April 21, 2017
FOR IMMEDIATE RELEASE: April 21, 2017
Contact: Glenn Mills 207-621-5192
Workforce conditions continued to improve in March. Preliminary estimates indicate there was a record number of nonfarm and private sector payroll jobs in Maine, which drove the unemployment rate to a new low.
Seasonally Adjusted Statewide Data
Household Survey Estimates – The preliminary seasonally adjusted unemployment rate of 3.0 percent for March was the lowest on record since the current estimation methodology was implemented in 1976. It was down from 3.2 percent in February and 3.7 percent one year ago. The number of unemployed was down 4,500 over the year to 21,000. The unemployment rate was below 4 percent in 14 of the last 17 months, only the third such period in the last 41 years.
The U.S. preliminary unemployment rate of 4.5 percent was down from 4.7 percent in February and 5.0 percent one year ago. The New England unemployment rate averaged 3.8 percent in March.
March unemployment rate estimates for other states in the region were 2.8 percent in New Hampshire, 3.0 percent in Vermont, 3.6 percent in Massachusetts, 4.3 percent in Rhode Island, and 4.8 percent in Connecticut.
The employment to population ratio estimate of 61.9 percent remained above the U.S. average of 60.1 percent.
Payroll Survey Estimates – The preliminary nonfarm payroll jobs estimate of 623,000 for March was up 5,300 from one year ago, reaching a new all-time high. The private sector jobs estimate of 523,200 also was a new high. The largest job gains were in the construction; trade, transportation, and utilities; and education and healthcare sectors.
The 99,800 jobs in federal, state, and local governments was unchanged over the year. Government comprised 16.0 percent of nonfarm jobs, the lowest share on record.
Not Seasonally Adjusted Substate Data
The not seasonally adjusted statewide unemployment rate estimate of 3.6 percent for March was down from 4.5 percent one year ago. Rates declined over the year in all counties. The lowest rate was 2.5 percent in Cumberland County and the highest was 6.9 percent in Washington County.
Unemployment rates were lower than the statewide average in all three metro areas: Portland-South Portland (2.6 percent), Lewiston-Auburn (3.2 percent), and Bangor (3.4 percent).
April estimates will be released on Friday, May 19 (Data Release Schedule: http://www.maine.gov/labor/cwri/releaseDates.html ).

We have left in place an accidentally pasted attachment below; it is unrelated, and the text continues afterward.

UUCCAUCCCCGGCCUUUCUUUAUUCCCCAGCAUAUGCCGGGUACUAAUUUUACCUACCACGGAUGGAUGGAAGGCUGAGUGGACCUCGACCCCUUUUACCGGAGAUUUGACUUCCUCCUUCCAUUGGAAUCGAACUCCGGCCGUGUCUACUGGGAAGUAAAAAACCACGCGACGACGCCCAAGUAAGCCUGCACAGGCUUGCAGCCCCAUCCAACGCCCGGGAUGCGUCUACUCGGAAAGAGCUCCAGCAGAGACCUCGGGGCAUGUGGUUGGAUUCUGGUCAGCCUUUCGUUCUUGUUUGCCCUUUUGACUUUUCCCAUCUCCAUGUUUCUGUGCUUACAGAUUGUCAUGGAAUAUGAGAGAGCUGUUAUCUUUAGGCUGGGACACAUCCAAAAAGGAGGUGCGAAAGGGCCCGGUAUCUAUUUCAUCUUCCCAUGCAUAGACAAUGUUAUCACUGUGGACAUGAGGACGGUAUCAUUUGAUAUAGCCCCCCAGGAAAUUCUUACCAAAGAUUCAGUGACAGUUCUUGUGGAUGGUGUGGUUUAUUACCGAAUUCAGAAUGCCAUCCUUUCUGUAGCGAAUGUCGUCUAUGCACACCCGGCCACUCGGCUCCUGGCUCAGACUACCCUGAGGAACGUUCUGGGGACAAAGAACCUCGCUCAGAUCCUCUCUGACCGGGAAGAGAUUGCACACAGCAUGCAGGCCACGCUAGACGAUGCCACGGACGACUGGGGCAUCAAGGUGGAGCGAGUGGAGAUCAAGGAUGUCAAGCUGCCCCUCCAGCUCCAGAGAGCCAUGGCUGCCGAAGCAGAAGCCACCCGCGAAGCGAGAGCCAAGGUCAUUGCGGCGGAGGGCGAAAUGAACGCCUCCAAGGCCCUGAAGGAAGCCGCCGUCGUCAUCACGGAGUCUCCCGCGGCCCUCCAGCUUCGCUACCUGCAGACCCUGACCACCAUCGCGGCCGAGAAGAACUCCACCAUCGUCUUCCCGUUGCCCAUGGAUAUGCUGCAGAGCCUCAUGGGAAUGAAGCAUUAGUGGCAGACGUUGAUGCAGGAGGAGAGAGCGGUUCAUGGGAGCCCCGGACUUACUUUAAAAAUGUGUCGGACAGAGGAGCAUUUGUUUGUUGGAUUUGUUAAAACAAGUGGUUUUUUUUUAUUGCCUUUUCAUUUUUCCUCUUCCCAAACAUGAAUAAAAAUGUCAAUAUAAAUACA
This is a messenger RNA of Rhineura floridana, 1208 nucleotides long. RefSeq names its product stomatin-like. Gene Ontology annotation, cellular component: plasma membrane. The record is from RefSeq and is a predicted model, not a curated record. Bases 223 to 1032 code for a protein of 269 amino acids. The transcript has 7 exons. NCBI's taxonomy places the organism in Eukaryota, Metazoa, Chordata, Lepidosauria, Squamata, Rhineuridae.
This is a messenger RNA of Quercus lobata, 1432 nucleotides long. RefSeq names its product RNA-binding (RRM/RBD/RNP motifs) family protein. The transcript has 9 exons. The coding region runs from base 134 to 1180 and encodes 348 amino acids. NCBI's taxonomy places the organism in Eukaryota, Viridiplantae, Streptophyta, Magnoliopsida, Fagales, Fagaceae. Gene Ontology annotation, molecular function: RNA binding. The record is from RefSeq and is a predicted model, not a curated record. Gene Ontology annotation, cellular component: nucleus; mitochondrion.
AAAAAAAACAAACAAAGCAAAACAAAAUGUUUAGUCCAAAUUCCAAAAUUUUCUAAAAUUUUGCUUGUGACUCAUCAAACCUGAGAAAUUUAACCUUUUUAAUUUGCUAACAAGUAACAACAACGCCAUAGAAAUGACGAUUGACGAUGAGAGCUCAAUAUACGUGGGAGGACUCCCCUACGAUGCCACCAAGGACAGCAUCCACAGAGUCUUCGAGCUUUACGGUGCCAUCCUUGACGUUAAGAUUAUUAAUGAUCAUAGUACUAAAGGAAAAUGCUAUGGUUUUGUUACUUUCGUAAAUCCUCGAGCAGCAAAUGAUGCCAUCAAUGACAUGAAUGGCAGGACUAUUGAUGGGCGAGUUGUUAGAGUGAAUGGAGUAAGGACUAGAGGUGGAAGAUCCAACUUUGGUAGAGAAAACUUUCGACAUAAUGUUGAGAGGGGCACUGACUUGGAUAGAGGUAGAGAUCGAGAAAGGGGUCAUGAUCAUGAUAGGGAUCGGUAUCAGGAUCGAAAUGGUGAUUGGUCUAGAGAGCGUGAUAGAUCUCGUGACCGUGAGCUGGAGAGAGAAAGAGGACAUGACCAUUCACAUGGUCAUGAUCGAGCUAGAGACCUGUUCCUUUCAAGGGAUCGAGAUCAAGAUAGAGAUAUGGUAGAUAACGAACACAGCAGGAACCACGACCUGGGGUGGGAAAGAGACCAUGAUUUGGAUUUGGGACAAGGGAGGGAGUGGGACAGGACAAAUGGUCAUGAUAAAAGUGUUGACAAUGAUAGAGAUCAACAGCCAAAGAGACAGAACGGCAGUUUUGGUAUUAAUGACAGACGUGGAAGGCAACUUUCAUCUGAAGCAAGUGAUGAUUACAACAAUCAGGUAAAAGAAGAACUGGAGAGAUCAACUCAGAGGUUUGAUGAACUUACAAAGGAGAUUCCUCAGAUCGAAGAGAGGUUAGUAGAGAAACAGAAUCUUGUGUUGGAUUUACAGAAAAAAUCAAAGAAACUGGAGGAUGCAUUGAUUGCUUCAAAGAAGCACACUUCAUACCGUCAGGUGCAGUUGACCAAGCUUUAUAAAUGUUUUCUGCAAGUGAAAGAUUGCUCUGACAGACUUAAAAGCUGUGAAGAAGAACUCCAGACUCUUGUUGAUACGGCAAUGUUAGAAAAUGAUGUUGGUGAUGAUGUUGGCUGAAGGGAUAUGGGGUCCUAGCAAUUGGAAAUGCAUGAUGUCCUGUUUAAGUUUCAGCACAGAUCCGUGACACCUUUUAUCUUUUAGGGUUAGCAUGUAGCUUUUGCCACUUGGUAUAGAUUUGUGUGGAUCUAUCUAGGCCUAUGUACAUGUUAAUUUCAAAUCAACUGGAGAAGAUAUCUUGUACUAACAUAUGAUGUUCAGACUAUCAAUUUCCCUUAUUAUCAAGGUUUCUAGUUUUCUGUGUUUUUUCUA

This release is available here: http://www.maine.gov/labor/cwri/news/release.html .
Labor force and unemployment data is available here: http://www.maine.gov/labor/cwri/laus1.html .
Nonfarm payroll jobs data is available here: http://www.maine.gov/labor/cwri/ces1.html .
Preliminary labor force estimates, including rates (labor force participation, employment, and unemployment rates), and levels (labor force, employed, and unemployed) tend to move in a direction for several months and then reverse course. Those directional trends are largely driven by a smoothing procedure and may not indicate a change in underlying workforce conditions. Annual revisions (published in March each year) tend to moderate or eliminate those directional patterns.
The 90 percent confidence interval for statewide unemployment rates in 2017 is 0.7 percentage points above or below the published estimate each month.
To assess employment growth, we recommend looking at nonfarm jobs from the payroll survey rather than resident employment from the household survey. The payroll survey is larger, has smaller margins of error, and is subject to smaller revisions. More on the differences in accuracy of the two measures is at http://cwri.blogspot.com/2016/04/reports-that-maine-is-losing-jobs-are.html .
Nonfarm payroll jobs estimates tend to be volatile from month to month because there is variability in the sample of reporting employers and their representativeness for the universe of all employers. Additionally, seasonal adjustment is imperfect because weather, the beginning and ending of school semesters and holidays, and other events do not always occur with the same timing, which can exacerbate monthly volatility. Users should look to the trend over multiple months rather than the change from one specific month to another. Estimates for the period from October 2016 to September 2017 will be replaced with actual payroll data in March 2018. Those benchmark revisions are likely to show less volatility than preliminary estimates.